container with a tightly closing lid, wait.

Next day, knead the clay THROUGH THE SARAN WRAP, then add more water
(if necessary). Continue as needed until clay is recovered and
workable.

Elaine

Elaine Luther
Metalsmith, Certified PMC Instructor
http://www.CreativeTextureTools.com
Hard to Find Tools for Metal Clay


#4

It is possible to ‘save’ your clay, but it takes time. What I do is
add enough distilled water to just cover clay, (use a small
container, a shot glass, one where the inside bottom is rounded is
ideal) As the clay sits over time the water will slowly start to
soften the clay, every day give it a stir, then cover the glass with
plastic wrap and secure with a rubber band. Eventually the clay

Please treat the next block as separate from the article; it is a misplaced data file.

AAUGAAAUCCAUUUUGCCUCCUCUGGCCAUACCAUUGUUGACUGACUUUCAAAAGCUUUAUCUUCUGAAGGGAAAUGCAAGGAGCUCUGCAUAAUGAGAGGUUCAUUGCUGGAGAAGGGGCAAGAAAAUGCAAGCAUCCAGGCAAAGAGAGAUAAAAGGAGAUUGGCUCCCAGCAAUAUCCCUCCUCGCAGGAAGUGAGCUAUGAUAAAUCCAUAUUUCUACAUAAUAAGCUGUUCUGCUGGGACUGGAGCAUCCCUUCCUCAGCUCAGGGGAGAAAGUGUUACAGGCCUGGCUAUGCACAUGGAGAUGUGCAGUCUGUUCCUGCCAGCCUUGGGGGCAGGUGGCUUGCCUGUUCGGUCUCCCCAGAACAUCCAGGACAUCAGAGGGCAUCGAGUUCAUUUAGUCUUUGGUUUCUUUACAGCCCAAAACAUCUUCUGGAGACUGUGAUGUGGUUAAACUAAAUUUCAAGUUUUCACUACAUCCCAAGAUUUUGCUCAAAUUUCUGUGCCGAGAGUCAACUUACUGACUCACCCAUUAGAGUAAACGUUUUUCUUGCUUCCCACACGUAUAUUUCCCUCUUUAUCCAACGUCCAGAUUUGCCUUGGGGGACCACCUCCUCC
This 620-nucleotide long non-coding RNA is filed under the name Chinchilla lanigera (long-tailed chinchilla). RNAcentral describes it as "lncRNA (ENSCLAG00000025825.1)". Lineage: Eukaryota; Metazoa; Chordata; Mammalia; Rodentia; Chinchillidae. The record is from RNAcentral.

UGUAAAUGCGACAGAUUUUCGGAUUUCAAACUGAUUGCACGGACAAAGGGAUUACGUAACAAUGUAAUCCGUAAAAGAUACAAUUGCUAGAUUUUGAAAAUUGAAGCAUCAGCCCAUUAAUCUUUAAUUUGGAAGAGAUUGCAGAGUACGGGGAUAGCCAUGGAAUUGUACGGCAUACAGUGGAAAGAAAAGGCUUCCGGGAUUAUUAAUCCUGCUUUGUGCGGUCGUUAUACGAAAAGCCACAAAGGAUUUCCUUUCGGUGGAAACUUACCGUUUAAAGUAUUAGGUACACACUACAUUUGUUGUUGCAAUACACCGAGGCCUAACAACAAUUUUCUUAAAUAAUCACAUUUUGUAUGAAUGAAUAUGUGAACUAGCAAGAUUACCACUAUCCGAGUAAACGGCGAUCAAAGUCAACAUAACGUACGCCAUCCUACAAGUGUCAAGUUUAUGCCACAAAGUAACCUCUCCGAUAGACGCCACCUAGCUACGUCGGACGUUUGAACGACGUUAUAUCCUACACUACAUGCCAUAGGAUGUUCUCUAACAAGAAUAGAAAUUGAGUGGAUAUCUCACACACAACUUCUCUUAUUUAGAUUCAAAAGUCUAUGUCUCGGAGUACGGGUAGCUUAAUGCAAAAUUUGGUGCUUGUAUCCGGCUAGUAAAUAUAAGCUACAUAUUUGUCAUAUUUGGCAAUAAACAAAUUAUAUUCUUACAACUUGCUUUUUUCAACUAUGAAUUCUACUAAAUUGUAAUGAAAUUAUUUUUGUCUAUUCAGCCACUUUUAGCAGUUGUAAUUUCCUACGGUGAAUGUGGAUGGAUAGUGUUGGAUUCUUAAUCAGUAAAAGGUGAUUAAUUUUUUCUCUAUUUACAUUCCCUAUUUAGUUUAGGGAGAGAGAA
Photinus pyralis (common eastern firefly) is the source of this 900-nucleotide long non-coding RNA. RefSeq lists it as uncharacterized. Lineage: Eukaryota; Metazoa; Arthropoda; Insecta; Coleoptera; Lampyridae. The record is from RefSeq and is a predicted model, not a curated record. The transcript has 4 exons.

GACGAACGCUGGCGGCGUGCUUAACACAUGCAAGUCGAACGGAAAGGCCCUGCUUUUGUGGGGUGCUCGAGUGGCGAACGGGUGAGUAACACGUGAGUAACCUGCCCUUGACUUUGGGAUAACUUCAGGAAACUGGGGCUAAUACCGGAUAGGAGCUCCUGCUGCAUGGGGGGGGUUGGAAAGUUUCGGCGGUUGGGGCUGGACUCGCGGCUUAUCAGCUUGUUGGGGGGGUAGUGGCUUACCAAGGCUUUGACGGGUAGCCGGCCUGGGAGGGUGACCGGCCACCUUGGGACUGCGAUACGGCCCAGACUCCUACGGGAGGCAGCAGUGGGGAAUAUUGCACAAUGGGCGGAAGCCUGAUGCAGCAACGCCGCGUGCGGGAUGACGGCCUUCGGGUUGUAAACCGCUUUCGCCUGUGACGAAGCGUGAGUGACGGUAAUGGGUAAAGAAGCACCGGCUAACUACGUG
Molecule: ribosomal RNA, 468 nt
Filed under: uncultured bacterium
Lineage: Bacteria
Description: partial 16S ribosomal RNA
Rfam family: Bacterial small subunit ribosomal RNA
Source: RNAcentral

should become a slurry, when this point is reached and you are sure
you now have a homogeneous solution, the next step is leaving the
plastic wrap off the glass to let water evaporate back out, when the
clay is the right consistency you can use it again. One note, I have
never tried to get it back into original clay consistency, but used
it while still runny enough to pour into molds.


#5

The same thing happened to me a few weeks ago - I live in Tucson and
it gets very hot and very dry here and the clay goes dry quickly, in
my case only a couple weeks.

I simply added distilled water and used it for slip.

I suppose if you added a little water at a time and kneaded it, you
could come up with a clay consitency you could use, but I always need
slip anyway so it worked out ok for me.

*Cheers,
Sue


#6

Your clay is still fine. You will need to rehydrate it. This can be
done by cutting the clay into small pieces and adding a small amount